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‘Saturday Night Live’ to broadcast final four episodes of season live coast-to-coast

Jimmy Fallon will host the first live coast-to-coast

Jimmy Fallon will host the first live coast-to-coast broadcast of "Saturday Night Live" on April 15. Photo Credit: NBC / Art Streiber

The 42nd season of “Saturday Night Live” came in with a bang and is now assured of going out with one, too: NBC will air the final four episodes of the season live coast to coast, a first in “SNL” history starting April 15. That means that the 11:30 telecast in New York will be seen at 8:30 p.m. on the West Coast.

In addition, Melissa McCarthy will host the May 13 edition. McCarthy — or at least her Sean Spicer — is one of the reasons “SNL” has particularly insinuated itself into the “zeitgeist” (NBC’s word) this year, and an obvious reason why the network decided to go live coast to coast.

In a statement, NBC chief Bob Greenblatt said, “ ‘SNL’ — enjoying its most popular season in two decades — is part of the national conversation, and we thought it would be a great idea to broadcast to the west and mountain time zones live at the same time it’s being seen in the east and central time zones. That way, everyone is in on the joke at the same time. Kudos to Lorne Michaels, the producers and cast for making ‘SNL’ one of the most relevant and anticipated shows in the zeitgeist.”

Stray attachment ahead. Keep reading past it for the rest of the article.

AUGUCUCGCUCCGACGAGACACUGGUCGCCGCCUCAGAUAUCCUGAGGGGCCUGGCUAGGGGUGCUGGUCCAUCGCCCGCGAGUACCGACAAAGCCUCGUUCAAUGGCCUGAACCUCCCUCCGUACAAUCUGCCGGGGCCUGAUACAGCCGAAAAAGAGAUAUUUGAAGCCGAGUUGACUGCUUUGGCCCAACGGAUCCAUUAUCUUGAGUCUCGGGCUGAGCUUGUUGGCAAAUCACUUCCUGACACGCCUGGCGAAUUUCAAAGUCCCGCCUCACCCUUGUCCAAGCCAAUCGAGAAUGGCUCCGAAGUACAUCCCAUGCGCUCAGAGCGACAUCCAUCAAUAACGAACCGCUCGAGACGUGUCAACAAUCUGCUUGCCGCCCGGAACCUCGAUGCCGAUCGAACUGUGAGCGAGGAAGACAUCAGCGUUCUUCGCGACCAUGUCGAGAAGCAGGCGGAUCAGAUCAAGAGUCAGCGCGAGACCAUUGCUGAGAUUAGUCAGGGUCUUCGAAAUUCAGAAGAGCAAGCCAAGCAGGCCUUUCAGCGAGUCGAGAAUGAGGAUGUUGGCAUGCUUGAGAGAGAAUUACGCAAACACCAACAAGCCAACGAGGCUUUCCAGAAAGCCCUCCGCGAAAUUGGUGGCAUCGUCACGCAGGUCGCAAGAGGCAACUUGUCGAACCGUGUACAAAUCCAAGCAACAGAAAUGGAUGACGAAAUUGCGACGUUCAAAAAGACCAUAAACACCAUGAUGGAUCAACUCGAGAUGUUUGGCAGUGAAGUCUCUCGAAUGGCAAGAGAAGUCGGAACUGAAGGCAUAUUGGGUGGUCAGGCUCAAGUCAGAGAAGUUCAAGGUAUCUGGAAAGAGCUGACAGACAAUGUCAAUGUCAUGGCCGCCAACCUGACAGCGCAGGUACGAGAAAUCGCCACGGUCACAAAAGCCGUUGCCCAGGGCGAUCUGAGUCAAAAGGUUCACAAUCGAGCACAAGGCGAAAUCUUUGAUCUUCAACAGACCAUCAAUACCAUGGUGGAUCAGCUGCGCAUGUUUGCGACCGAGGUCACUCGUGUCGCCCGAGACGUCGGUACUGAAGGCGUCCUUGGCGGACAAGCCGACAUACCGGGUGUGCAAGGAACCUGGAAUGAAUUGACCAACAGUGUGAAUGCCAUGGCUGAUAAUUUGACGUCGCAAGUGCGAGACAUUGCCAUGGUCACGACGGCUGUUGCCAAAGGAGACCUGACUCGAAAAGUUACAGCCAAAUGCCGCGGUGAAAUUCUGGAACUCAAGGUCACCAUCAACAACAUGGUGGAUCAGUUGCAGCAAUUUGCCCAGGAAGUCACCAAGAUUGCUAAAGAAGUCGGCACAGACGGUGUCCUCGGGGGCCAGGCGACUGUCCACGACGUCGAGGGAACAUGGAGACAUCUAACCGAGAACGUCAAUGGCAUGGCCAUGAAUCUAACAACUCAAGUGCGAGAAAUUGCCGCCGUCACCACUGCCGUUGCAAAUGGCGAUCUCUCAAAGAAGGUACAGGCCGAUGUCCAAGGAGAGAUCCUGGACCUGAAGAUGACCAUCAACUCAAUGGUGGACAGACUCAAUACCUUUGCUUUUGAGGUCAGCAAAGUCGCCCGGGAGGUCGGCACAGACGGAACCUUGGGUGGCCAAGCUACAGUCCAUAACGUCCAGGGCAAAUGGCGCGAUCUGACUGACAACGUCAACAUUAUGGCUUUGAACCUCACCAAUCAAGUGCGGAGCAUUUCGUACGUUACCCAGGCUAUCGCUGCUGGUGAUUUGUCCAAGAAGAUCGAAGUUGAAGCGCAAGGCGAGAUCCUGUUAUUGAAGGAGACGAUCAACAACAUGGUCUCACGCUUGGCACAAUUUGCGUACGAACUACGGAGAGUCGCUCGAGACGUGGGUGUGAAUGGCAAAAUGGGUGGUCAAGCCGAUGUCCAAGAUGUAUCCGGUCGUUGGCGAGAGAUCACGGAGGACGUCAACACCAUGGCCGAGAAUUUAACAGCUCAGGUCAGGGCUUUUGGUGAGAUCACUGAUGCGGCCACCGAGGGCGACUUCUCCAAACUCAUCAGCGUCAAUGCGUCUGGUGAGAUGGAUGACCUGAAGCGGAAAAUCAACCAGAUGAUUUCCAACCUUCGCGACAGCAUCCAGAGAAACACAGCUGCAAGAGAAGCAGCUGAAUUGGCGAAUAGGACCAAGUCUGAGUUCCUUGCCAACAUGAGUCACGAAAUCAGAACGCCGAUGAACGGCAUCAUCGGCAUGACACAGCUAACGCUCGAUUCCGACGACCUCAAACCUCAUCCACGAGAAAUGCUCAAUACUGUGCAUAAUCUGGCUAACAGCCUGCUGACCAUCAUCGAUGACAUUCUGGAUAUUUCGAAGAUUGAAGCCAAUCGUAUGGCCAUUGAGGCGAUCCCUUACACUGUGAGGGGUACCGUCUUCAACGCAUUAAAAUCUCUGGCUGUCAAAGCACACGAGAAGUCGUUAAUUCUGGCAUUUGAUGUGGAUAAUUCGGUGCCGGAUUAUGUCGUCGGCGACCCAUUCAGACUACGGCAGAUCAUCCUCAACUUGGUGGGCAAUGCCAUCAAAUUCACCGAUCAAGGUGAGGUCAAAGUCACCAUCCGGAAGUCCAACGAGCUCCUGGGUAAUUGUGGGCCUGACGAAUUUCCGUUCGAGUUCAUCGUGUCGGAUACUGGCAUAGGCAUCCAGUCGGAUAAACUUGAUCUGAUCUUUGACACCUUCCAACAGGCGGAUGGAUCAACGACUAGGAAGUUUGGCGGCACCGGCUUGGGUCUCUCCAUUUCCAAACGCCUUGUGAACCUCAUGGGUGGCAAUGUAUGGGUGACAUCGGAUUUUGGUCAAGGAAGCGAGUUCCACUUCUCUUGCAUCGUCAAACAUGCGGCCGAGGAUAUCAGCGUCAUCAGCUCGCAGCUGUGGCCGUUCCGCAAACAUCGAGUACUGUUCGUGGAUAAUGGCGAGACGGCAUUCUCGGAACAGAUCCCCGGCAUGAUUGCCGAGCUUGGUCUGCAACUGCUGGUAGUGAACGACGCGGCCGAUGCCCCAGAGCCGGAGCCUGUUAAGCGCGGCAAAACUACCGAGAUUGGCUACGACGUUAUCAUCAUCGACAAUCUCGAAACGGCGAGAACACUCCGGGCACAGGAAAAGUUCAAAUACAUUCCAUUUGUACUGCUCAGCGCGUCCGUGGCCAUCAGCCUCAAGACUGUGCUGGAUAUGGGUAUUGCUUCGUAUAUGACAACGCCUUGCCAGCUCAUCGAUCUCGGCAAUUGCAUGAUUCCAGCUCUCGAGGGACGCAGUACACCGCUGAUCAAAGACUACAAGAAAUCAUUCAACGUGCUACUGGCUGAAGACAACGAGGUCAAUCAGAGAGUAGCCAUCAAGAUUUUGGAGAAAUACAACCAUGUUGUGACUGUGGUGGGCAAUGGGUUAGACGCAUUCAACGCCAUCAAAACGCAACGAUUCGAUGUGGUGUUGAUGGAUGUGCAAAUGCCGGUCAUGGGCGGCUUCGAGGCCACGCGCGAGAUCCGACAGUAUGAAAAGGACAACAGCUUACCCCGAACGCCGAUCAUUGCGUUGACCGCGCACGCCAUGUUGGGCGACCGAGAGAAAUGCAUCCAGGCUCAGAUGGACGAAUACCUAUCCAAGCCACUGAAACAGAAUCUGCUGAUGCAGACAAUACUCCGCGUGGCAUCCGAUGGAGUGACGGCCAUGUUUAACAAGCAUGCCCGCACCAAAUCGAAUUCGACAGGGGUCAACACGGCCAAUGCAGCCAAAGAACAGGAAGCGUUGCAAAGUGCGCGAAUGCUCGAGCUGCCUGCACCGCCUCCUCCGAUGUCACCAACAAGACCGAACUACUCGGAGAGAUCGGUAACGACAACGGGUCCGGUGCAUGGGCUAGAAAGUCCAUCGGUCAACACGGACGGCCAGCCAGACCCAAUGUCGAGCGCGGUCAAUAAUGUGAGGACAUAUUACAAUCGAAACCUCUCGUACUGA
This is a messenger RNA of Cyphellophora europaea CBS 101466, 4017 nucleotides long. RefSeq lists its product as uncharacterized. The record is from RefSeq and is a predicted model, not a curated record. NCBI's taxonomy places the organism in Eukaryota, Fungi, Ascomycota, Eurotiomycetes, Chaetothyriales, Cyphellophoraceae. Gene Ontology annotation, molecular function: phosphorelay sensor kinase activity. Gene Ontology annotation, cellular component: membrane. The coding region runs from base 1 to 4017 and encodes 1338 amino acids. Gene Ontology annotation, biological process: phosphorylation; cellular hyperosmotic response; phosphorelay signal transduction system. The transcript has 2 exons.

Along with McCarthy, the other hosts will be Jimmy Fallon (April 15), Chris Pine (May 6) and Dwayne Johnson (May 20), who will close out the season.

“SNL” — like much of the rest of the late-night shows, which have also enjoyed a so-called “Trump bump” this year — has had a significantly bigger bump, mostly because seven-day playback on other platforms like Hulu has been torrid.

But the obvious question is, why hasn’t “SNL” or NBC done this before? And will this be on the vanguard of a new fully live coast-to-coast “SNL” in the future? One reason is content. Simply put, what can get by censors at 11:30 p.m. (or after midnight) might have faced a somewhat higher hurdle at 8:30 p.m.

This move will test just how high that hurdle is.

Nevertheless, Saturday nights have been ratings dead zones on NBC, and, for the most part, on the other networks too. A fully “live” “SNL” coast to coast should remedy that, at least for May sweeps.

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